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The news was spread far and wide last weekend that George F. Will is no longer registered as a Republican and is now politically “unaffiliated,” owing to the GOP’s acceptance (however grudging) of Donald Trump as its presidential nominee. “Far and wide” is probably a good deal further than the columnist’s reputation, or even name recognition, extends today.
A protégé of Irving Kristol’s (Kristol, the father of William, was one of the early neoconservatives) who was hired by William Buckley as National Review’s Washington and literary editor in the 1970s, Will was for a decade or two a minor celebrity in print and on television, the face of “rational,” “polite,” and “acceptable” conservatism. In private, he considered Buckley to be not a serious person. Will is nothing if not serious, which is why he is virtually a non-person four decades later. (“The opposite of funny,” Chesterton said, “is not serious, it’s ‘not funny.’”) Buckley, whatever his faults, was never priggish, a word that abundantly describes George Will.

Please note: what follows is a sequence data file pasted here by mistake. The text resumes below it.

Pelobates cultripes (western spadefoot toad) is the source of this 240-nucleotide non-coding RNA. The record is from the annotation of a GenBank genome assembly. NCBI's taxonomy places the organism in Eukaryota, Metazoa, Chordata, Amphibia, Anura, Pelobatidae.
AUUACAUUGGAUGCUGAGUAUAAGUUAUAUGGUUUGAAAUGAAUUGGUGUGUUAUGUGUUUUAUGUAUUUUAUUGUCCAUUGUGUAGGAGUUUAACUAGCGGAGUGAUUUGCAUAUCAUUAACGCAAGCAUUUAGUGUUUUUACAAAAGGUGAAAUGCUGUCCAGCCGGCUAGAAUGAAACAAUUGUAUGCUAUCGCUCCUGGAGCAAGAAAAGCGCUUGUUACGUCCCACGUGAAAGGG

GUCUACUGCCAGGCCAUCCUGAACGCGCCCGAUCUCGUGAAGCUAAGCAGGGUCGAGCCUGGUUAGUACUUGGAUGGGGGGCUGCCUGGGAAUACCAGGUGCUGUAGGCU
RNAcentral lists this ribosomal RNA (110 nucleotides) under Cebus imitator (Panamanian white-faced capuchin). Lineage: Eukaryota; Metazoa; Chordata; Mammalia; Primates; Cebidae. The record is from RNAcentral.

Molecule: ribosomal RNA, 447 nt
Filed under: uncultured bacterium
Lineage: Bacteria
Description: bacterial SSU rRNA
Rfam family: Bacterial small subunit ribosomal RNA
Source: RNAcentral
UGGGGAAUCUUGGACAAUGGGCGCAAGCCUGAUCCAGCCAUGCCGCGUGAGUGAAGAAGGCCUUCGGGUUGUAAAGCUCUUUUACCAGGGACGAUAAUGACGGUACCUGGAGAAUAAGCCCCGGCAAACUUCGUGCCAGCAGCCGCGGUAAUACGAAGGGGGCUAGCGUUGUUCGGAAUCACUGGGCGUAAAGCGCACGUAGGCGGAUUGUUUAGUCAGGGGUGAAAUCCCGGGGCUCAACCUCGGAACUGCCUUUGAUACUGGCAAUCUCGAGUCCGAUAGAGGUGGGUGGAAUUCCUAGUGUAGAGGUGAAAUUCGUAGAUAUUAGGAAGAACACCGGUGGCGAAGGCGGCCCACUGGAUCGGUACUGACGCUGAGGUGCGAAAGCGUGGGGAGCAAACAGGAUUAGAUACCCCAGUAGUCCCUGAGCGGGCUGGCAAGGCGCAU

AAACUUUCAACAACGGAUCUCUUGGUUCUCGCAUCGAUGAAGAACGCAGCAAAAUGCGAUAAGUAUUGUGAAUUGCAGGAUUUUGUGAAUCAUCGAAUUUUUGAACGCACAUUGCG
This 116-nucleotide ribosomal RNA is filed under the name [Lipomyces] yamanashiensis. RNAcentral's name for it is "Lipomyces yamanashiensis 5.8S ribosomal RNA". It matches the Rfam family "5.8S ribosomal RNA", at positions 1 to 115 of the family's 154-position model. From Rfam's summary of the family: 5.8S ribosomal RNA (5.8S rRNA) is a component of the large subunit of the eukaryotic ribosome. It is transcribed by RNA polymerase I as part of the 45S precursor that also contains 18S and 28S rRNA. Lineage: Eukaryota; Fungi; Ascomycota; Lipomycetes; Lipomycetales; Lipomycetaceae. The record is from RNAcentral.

Of the many sorts of people who dislike Donald Trump, moral and intellectual prigs are among the foremost. H.L. Mencken, who was certainly no prig and in consequence very funny, would have known precisely how to deal with Mr. Trump. First, he would not have held his nose. Second, he would have appreciated and exploited the humor of Trump’s meteoric rise and the priggish disdain it has elicited among polite observers (his least favorite people). Mencken, unlike George Will, is still read today, a half century after his death. Was Mencken a registered Republican? I don’t recall. Would he support Trump today? Why would anyone who has ever read the man confidently assume not?
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